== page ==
I apologize to my faithful readers for the recent pause in blogging. Two weeks ago, my family was preparing for the threat of Hurricane Irma. Later that week we fled the state of Florida for the friendlier environs of South Carolina. Our 19-hour trip up I-75 featured long traffic delays and the need to find gas. By the time we got to the GA/FL line we abandoned the interstate for back country roads to be greeted by less traffic, shorter gas lines and no collisions with white-tailed deer. We were fortunate to arrive safely and be met by caring relatives at their front door at 4:30 in the morning. They graciously took us into their home and put up with us for five days and nights. Even 600 miles from home, the remnants of Irma found us and knocked out the power in this refuge for 24 hours.
My brother-in-law fed us two wonderful home-cooked meals, brought in some gourmet pizza from the restaurant up the road, and supplied us with all the wine we could imbibe. Other than that, we survived on fast food and processed food. The experience helped me appreciate the much-maligned network of fast-food oases just off the interstate when needing a quick, hot meal before getting back on the road. It is also comforting to have available nonperishable food in packages that can be opened and consumed when off the electrical grid. By the way, it looks like I lost about two pounds over the week that I was away from home. Not that such a life is ideal, as I suffered digestive consequences from eating less vegetables and wonder about the current status of my microbiome. Nonetheless, quick, convenient food is a blessing in times of stress and anxiety.
Some of our convenient, processed foods. Have you tried a peanut butter burrito!?
The experience was an emotional one for me. We were very fortunate to be able to escape the state and stay in a home rather than a shelter. We returned to a house with no damage, a yard littered with broken limbs and other vegetative waste, a large palm tree that was once straight now leaning at a dangerous angle, and power restored within 24 hours of our arrival. Many others in the county and the state were not so lucky. My heart goes out to them. It is one thing to see the destruction on television caused by Hurricanes Harvey, Irma and Maria. It is much more powerful, however, when visions of trees falling on the house or black, garbage bags full of accumulated stuff piled on beds floating on the surface of filthy water invaded my brain while struggling to get to sleep.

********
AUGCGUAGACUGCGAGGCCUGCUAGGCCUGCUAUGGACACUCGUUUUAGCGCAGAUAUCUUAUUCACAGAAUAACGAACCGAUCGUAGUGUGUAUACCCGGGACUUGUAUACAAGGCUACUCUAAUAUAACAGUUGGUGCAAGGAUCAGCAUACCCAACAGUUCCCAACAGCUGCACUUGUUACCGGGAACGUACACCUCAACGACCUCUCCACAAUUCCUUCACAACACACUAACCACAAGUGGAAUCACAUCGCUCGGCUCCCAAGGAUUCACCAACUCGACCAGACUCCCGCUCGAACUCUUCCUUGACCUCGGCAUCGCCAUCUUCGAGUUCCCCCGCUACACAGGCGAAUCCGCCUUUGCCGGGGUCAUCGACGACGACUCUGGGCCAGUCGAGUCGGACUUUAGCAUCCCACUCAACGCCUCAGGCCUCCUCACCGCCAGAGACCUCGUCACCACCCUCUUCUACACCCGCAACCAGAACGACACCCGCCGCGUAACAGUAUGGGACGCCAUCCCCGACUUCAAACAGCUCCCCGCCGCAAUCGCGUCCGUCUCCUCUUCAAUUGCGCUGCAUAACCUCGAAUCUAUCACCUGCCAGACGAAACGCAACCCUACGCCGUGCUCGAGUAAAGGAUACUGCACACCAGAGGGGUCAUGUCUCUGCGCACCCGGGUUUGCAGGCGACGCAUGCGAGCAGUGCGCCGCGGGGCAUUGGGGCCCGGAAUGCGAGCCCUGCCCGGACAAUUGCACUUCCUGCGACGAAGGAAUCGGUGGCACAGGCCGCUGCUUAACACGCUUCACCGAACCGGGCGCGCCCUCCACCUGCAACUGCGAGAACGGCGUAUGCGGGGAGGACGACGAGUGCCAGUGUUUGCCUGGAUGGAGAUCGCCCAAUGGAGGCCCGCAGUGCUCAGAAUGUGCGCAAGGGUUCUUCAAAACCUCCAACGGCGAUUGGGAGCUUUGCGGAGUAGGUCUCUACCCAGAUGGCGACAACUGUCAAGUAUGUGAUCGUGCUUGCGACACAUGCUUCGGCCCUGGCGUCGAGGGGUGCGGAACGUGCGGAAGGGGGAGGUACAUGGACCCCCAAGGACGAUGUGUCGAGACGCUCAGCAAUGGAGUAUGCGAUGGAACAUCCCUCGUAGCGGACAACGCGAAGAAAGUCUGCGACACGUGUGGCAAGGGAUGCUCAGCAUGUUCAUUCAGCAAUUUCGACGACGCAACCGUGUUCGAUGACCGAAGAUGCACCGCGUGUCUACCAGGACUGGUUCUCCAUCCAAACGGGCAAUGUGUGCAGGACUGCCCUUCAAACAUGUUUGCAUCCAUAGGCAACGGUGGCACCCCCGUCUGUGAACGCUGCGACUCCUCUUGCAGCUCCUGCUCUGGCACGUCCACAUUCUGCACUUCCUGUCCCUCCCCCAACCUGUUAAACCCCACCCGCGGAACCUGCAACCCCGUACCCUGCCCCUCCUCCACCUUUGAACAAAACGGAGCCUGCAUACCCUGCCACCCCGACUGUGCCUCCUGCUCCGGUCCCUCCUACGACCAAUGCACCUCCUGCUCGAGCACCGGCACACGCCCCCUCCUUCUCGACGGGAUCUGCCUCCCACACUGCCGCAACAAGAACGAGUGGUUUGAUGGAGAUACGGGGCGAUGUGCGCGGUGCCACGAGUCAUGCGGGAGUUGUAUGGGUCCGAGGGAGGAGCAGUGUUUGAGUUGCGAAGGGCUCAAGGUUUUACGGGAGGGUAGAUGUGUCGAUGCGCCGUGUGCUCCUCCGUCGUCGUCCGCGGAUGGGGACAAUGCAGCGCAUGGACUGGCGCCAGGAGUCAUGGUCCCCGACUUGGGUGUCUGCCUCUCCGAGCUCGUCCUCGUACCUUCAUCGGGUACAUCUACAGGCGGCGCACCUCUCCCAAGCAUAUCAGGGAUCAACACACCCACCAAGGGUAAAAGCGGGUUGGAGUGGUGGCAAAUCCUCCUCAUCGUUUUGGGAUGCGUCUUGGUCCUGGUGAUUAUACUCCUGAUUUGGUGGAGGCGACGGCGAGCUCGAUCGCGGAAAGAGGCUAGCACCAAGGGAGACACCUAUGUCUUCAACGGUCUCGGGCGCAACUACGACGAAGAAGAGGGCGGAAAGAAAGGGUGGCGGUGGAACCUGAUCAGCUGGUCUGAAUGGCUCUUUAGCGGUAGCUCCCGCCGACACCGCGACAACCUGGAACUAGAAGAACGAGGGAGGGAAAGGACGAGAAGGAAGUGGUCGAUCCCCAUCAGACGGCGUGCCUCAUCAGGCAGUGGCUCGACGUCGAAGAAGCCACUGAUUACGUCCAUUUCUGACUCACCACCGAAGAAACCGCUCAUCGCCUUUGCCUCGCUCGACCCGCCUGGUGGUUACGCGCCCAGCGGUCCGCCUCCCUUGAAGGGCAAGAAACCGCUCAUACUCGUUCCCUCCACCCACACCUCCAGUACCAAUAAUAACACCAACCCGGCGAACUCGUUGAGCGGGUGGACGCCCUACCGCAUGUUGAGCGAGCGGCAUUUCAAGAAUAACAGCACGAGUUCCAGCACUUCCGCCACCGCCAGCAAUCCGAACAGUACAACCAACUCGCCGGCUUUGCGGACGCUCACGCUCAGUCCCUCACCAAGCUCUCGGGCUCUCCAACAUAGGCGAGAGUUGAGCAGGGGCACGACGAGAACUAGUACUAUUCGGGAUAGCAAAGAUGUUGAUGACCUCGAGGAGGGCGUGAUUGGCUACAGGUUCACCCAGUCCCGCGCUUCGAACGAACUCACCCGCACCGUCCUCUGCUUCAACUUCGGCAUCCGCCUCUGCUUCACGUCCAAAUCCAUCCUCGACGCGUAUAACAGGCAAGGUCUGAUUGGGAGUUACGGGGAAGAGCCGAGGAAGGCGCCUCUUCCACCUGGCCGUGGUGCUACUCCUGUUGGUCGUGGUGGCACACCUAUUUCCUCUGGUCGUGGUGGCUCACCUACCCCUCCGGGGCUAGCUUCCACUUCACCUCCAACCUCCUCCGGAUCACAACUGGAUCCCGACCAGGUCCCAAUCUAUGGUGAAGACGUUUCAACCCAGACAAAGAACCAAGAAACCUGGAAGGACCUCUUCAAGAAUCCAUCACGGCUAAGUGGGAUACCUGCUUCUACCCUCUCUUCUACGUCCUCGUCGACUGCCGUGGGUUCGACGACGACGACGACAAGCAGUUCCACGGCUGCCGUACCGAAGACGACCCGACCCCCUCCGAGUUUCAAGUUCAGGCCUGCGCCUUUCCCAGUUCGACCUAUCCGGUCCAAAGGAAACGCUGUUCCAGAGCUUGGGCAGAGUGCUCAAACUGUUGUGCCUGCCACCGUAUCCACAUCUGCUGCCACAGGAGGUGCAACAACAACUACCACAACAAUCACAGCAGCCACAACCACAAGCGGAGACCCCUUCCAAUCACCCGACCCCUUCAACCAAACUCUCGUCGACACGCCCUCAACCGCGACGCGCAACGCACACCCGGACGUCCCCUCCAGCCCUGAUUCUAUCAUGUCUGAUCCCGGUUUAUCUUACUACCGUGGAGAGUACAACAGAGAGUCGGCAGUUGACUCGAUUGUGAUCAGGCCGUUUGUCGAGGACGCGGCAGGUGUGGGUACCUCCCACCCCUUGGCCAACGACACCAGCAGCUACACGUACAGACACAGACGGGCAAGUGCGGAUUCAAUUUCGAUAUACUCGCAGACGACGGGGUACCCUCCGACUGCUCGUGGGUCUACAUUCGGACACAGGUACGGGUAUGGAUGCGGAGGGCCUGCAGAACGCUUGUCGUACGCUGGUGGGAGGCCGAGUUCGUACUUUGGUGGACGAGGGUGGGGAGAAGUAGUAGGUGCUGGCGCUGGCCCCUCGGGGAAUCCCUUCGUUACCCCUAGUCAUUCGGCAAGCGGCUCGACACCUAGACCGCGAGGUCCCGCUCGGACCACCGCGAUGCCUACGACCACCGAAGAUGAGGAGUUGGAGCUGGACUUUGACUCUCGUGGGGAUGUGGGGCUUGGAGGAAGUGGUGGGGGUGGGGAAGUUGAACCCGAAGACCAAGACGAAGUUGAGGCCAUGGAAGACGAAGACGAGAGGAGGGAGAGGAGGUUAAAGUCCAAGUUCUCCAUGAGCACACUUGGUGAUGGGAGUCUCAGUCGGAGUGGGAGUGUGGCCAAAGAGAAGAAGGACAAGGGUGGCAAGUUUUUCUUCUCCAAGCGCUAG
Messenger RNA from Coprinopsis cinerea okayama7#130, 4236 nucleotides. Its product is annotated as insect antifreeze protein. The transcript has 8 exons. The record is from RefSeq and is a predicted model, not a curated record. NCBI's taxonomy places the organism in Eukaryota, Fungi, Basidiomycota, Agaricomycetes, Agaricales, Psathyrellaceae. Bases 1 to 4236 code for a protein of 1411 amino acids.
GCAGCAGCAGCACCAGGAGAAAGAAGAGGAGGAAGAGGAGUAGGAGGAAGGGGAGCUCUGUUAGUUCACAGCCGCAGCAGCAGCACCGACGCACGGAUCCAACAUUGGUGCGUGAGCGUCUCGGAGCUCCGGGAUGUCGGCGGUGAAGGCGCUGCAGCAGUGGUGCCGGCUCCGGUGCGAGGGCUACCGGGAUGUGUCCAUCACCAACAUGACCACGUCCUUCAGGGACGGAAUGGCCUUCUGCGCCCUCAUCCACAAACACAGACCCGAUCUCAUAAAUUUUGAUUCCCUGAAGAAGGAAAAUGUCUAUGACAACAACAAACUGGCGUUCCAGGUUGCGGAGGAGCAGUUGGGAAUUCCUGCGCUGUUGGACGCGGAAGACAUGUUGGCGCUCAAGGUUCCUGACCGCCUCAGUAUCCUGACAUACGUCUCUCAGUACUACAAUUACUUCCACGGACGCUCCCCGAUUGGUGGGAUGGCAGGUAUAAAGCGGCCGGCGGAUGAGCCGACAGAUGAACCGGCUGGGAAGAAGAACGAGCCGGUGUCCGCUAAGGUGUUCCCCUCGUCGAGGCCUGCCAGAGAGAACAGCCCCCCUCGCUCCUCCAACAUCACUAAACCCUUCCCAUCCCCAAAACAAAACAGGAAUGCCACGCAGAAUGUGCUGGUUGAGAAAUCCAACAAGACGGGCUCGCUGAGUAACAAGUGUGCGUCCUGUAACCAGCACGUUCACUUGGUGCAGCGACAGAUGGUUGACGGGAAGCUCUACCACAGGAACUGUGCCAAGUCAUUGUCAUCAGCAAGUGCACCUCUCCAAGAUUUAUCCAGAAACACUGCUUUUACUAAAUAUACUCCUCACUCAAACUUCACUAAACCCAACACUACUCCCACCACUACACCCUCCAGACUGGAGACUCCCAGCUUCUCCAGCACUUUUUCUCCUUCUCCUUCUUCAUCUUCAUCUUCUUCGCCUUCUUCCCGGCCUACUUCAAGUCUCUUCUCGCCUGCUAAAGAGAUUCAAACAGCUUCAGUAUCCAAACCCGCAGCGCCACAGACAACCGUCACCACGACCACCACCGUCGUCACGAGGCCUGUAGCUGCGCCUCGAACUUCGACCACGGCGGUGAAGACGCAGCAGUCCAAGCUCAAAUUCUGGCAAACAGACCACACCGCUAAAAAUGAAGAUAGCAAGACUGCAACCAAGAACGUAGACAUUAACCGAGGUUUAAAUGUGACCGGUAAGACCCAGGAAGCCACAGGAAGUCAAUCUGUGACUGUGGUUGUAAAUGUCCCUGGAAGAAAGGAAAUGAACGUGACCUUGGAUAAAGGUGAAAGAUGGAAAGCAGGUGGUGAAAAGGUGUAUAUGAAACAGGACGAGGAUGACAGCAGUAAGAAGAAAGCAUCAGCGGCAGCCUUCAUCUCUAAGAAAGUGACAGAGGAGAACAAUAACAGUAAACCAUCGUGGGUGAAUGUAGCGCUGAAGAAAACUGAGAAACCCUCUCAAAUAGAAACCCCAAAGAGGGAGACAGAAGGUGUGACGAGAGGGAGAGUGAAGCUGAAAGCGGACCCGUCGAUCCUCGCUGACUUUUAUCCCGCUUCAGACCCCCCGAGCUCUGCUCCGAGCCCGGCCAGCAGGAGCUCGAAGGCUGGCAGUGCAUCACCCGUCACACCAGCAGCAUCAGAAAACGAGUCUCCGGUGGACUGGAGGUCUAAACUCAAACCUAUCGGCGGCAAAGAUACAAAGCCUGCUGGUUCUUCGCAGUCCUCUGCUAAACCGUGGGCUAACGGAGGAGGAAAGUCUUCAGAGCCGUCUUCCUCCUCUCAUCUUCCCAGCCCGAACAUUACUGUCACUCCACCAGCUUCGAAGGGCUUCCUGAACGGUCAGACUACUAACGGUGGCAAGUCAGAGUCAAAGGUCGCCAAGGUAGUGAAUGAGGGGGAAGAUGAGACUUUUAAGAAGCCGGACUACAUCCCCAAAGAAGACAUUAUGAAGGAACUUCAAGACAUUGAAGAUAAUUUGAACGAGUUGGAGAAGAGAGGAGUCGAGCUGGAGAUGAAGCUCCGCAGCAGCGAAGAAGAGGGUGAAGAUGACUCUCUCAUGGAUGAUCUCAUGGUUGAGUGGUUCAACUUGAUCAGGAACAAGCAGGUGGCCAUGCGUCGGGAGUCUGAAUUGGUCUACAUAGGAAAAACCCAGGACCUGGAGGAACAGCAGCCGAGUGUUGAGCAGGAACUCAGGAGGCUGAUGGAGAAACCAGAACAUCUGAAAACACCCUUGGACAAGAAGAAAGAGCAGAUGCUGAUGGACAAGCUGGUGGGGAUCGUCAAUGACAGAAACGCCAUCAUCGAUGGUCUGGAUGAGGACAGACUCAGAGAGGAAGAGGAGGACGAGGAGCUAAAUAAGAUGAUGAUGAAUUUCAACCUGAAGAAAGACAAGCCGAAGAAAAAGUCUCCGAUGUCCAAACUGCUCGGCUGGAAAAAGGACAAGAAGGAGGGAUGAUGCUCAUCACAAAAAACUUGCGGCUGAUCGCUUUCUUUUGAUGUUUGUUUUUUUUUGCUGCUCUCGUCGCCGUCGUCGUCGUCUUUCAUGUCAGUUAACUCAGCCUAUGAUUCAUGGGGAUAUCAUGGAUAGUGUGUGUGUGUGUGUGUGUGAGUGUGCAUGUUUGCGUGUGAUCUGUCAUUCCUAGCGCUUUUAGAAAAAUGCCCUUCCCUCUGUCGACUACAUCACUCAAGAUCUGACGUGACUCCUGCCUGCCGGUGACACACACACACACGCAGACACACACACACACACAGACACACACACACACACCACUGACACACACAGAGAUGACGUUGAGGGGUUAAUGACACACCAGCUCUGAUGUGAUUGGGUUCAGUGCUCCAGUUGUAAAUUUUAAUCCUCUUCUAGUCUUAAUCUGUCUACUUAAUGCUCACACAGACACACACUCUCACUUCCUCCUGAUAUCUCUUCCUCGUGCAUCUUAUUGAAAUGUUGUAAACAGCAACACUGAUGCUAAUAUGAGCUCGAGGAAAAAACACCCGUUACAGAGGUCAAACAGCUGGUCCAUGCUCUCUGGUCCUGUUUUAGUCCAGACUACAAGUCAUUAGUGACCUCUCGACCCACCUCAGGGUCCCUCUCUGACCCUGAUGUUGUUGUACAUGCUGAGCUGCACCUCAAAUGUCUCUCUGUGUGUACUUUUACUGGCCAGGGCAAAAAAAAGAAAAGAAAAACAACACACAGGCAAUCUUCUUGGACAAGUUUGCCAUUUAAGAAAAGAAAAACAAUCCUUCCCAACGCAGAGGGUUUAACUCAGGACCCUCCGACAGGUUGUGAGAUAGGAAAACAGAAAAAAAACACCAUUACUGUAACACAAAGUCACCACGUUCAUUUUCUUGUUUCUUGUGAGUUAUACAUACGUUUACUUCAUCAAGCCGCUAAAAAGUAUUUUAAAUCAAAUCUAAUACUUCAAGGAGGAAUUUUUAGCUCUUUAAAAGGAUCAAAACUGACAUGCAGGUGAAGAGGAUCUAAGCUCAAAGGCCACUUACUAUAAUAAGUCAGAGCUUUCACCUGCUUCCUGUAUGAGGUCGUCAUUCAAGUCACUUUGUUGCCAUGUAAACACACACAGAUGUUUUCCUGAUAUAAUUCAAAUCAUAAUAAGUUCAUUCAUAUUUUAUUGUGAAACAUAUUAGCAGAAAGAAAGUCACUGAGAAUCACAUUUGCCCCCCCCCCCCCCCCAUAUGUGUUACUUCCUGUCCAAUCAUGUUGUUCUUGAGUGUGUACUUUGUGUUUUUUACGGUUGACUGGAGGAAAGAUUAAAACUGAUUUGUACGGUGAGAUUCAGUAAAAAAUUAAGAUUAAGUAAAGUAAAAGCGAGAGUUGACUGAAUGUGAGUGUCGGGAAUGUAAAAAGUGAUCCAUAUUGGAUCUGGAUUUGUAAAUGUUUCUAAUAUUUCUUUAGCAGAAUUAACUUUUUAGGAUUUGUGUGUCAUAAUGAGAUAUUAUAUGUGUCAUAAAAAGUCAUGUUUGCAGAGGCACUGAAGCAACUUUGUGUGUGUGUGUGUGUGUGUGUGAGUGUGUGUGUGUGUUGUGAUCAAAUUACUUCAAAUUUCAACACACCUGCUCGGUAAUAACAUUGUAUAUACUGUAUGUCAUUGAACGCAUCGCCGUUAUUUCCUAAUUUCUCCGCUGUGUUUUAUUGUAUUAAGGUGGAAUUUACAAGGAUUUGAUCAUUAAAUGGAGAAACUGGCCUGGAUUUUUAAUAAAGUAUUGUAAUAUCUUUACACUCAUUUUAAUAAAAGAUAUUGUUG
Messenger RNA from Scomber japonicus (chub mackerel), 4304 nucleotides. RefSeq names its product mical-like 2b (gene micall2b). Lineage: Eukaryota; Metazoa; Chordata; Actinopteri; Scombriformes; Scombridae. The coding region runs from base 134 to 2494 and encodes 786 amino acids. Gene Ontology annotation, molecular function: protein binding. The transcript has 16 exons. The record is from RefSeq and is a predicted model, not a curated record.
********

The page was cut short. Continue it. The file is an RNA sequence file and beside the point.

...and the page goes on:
Home sweet home. Note the leaning Bismarck Palm.
On another note, I am pleased to congratulate Travis Moore on his selection as one of the 40 under 40 UGA honored last week at an alumni luncheon in Atlanta. Travis graduated in Food Science in 2003, and I was his academic advisor. That was back when Food Science had a limited undergraduate enrollment. He is using that education and his experience to serve as Senior Brewmaster for Anheuser-Busch. I had hoped to attend the awards luncheon, but I was headed home to Florida. I am very proud of Travis and his accomplishments. Nothing makes me prouder than seeing my students succeed and thinking that I might have had a small part in that success.
Finally, I direct those of you who are interested in an interview I did by cell phone in my car while returning to Florida at the end of last week. Don’t worry, my wife was driving. Oops, I did it again! I guess I said more than I should have said! See what you think.
I am not exactly sure what will happen next week with my blog, but I plan to have it back up and running by the first week of October.
6 thoughts on “Fast and processed food while fleeing from Irma!”
Great to know you and family are OK. Same thing happened in PR, Dominica and Barbuda. Thank you ever so much for telling us of your ordeal. Makes us one in humanity. Kudos go out to your faithful friends. You and Betty will be in my thoughts and prayers. Will say novenas to the Sacred Heart of Jesus(Just my Catholic responsibility, hope you don’t mind)
My family was so fortunate to escape injury and serious property damage. I have been saying prayers for all of those on the islands who suffered so much worse. Thank you for your thoughts and your prayers.
Thank you Isabel for your concerns and prayers. It has been a rough several years for those of us who live in the Caribbean and the Gulf. My heart goes out to all in the path of Ian and all who have suffered from these brutal storms this year and in recent years.